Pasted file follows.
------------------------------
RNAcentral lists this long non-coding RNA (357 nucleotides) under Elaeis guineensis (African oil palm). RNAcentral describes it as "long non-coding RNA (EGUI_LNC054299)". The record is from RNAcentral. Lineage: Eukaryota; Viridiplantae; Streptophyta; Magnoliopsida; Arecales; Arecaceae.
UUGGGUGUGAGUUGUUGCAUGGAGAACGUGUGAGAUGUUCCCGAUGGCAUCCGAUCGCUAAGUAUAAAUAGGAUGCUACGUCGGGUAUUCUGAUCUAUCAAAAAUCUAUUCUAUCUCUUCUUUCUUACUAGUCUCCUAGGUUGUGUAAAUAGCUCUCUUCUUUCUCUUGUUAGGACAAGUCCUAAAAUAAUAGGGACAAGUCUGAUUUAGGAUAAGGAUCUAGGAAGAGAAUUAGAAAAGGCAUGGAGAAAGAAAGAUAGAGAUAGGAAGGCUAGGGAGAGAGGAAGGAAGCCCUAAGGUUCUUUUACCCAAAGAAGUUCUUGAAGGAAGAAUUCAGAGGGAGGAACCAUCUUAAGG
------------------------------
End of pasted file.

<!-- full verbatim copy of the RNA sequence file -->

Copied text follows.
RNAcentral lists this long non-coding RNA (357 nucleotides) under Elaeis guineensis (African oil palm). RNAcentral describes it as "long non-coding RNA (EGUI_LNC054299)". The record is from RNAcentral. Lineage: Eukaryota; Viridiplantae; Streptophyta; Magnoliopsida; Arecales; Arecaceae.
UUGGGUGUGAGUUGUUGCAUGGAGAACGUGUGAGAUGUUCCCGAUGGCAUCCGAUCGCUAAGUAUAAAUAGGAUGCUACGUCGGGUAUUCUGAUCUAUCAAAAAUCUAUUCUAUCUCUUCUUUCUUACUAGUCUCCUAGGUUGUGUAAAUAGCUCUCUUCUUUCUCUUGUUAGGACAAGUCCUAAAAUAAUAGGGACAAGUCUGAUUUAGGAUAAGGAUCUAGGAAGAGAAUUAGAAAAGGCAUGGAGAAAGAAAGAUAGAGAUAGGAAGGCUAGGGAGAGAGGAAGGAAGCCCUAAGGUUCUUUUACCCAAAGAAGUUCUUGAAGGAAGAAUUCAGAGGGAGGAACCAUCUUAAGG